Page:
“Have a Good Trip” is less successful as an educational film than it is as a re-educational film; viewers won’t really learn anything about the effects of psychedelics on the mind and body, but anyone without first-hand experience might gradually unlearn some of what they’ve been taught. The individual stories don’t add up to much, but the fact that all of these fame-os were able to get back on their feet after some pretty bad trips, well, there might be a lesson in that.

And Cary does what he can to bring those lessons to life, even if it can seem as if he’s yet to glean any wisdom from them, himself. Case in point: After a handful of talking heads mock the way that movies have always depicted acid trips (e.g. fish-eye lenses, hyper-saturated colors, etc.), Cary chooses to illustrate his subject’s recollections with the kind of wacky animation that feels as trite as anything else; it might be hard to compete with “Fear and Loathing in Las Vegas,” but even “Booksmart” did it better.

Cary fares better when he relies on the talents of his cast — if most of your interview subjects are comedians, you might as well use them. In one of the film’s amusing re-enactment sequences, Adam DeVine embodies a young Anthony Bourdain as the late chef waxes paranoid about the time he thought he’d killed a pretty hitchhiker (Carrie Fisher also pops up, as the dead breathe new life into a documentary that’s clearly been collecting dust for a while). Elsewhere, Paul Scheer and Rob Corddry play each other in their respective trips, while Nick Kroll — true to Offerman’s promise — hilariously recreates the time he got high at the beach and became one with the kelp.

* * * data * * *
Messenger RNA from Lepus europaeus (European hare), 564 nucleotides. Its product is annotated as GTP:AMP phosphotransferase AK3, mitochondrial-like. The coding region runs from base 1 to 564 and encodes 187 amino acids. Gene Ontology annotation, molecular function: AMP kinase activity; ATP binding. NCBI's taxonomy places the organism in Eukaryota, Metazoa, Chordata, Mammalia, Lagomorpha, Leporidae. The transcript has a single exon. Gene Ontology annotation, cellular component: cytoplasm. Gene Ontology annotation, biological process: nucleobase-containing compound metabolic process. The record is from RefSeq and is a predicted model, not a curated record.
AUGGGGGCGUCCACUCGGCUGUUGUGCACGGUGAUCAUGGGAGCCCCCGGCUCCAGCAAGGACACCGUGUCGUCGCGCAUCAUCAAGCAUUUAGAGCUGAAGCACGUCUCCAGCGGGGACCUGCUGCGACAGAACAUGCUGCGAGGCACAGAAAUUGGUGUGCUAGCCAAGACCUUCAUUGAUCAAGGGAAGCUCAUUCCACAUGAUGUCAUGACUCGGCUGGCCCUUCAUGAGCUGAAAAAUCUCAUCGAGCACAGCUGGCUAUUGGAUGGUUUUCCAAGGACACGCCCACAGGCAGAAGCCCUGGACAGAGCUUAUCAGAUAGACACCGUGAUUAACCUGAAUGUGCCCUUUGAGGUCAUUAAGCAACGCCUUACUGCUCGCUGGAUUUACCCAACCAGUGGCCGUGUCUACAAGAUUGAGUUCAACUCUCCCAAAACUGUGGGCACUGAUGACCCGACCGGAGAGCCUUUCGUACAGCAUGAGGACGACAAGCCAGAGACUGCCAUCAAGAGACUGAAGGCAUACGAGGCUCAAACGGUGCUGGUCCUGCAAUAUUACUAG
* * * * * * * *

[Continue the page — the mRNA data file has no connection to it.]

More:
The most extensive gag is a fake after school special hosted by Adam Scott, and starring Riki Lindhome, Haley Joel Osment, Ron Funches, and Maya Erskine as innocent high school students who get peer-pressured into doing enough drugs to kill an elephant. The parody is too stale to justify how often Cary returns to it, but it builds to a series of gags that are almost funny enough to make the long walk seem worthwhile.

By that point, however, most people will have already ditched this doc in favor of some other streaming fare; perhaps “Never Have I Ever” or “Too Hot to Handle,” two recent Netflix Originals that are respectively funnier and more hallucinatory than “Have a Good Trip” in every way. There’s plenty of room for a movie that tries to destigmatize psychedelics — especially one that argues for personal experience, and has the presence of mind to maintain that these drugs aren’t for everyone — but this slapdash effort seriously overestimates the value (entertainment or otherwise) in listening to famous people talk about staring at their hands.

It doesn’t help that some of the anecdotes are almost too interesting: Rosie Perez’s account of how LSD liberated her from a lifetime of Catholic guilt is so rich that you wish Cary had devoted an entire episode of a show to it, as opposed to squeezing it into an overstuffed 80-minute documentary that feels so long it melts time and space together without any drug enhancement whatsoever. “Life is a trip,” Chopra insists, and psychedelics might help to improve your ride. But there’s nothing this forgettable documentary can give you that one tab of LSD wouldn’t let you keep.

Grade: C-

“Have a Good Trip” will be available to stream on Netflix starting Monday, May 11